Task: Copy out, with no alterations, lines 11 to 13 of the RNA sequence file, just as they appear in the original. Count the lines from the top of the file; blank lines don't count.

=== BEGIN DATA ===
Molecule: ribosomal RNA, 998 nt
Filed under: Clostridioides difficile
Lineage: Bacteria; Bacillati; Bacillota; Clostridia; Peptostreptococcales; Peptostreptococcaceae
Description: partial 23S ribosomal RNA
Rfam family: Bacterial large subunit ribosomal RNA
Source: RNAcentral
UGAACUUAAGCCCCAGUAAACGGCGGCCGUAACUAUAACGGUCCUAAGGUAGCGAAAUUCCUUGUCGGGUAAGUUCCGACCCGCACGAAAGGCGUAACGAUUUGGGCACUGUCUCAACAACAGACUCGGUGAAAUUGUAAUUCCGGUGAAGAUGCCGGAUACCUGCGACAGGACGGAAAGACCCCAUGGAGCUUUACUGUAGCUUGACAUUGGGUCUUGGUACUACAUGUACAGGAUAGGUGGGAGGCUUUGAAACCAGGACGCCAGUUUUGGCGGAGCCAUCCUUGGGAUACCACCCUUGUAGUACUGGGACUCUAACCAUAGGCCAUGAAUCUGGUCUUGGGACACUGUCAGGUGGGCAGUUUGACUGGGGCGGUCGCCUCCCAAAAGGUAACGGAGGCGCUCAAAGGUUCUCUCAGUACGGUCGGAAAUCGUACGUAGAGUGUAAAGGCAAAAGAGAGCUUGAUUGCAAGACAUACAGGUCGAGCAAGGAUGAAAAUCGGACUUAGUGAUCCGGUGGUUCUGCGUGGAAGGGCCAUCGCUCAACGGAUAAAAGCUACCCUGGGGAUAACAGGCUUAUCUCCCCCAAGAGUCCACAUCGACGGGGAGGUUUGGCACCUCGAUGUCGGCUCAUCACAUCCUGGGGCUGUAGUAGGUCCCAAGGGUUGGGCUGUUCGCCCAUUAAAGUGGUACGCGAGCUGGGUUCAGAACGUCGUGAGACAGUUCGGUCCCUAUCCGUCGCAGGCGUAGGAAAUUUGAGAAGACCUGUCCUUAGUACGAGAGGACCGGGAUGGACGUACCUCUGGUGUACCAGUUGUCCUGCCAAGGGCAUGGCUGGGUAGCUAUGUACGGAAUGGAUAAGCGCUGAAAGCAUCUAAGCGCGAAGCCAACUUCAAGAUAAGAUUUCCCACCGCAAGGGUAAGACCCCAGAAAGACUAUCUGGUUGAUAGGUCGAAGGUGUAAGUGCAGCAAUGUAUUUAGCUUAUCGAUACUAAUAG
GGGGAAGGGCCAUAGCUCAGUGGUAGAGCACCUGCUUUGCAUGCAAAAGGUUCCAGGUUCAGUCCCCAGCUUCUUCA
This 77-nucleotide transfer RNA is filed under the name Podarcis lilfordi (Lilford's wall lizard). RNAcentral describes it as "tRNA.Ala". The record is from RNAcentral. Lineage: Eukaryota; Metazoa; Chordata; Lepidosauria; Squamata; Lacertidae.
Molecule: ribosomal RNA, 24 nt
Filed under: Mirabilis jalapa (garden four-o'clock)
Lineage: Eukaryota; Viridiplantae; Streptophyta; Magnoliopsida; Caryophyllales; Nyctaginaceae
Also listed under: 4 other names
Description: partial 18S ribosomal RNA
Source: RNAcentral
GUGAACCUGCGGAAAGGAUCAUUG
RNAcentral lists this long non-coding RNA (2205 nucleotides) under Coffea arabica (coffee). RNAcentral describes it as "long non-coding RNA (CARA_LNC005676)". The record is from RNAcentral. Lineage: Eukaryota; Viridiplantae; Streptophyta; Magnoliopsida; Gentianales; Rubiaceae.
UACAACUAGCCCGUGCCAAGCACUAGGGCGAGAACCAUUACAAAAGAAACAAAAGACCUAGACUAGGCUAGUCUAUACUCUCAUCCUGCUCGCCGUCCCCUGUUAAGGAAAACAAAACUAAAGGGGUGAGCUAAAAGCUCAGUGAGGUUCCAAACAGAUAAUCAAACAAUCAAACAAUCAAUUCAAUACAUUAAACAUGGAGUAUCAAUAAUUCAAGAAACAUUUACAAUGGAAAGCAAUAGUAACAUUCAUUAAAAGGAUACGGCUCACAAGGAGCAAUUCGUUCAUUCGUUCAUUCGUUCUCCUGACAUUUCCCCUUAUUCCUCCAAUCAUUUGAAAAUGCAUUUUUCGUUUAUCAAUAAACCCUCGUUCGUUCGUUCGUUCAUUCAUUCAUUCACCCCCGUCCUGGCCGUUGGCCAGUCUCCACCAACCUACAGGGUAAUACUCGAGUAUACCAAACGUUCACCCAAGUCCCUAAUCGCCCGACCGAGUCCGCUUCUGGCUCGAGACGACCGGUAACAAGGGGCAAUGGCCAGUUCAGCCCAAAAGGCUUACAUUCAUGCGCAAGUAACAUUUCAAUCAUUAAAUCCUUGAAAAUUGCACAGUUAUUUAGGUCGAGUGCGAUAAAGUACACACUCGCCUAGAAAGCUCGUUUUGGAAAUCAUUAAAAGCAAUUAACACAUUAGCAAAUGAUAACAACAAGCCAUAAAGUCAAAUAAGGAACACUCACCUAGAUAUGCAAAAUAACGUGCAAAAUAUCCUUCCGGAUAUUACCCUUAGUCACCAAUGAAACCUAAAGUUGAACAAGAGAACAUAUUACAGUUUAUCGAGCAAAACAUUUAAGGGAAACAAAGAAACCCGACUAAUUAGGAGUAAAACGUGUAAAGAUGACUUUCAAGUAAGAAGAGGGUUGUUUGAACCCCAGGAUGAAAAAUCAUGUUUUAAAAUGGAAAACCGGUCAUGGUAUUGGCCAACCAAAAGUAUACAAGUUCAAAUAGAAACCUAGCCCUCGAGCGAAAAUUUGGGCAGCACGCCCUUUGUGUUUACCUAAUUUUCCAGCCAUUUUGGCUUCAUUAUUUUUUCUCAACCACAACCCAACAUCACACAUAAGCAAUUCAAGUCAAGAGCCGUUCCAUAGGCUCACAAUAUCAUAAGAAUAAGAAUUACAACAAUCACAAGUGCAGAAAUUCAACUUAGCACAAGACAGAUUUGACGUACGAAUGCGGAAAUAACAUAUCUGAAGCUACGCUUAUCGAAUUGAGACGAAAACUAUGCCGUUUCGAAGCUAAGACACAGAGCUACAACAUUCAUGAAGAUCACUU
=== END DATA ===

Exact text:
Filed under: Mirabilis jalapa (garden four-o'clock)
Lineage: Eukaryota; Viridiplantae; Streptophyta; Magnoliopsida; Caryophyllales; Nyctaginaceae
Also listed under: 4 other names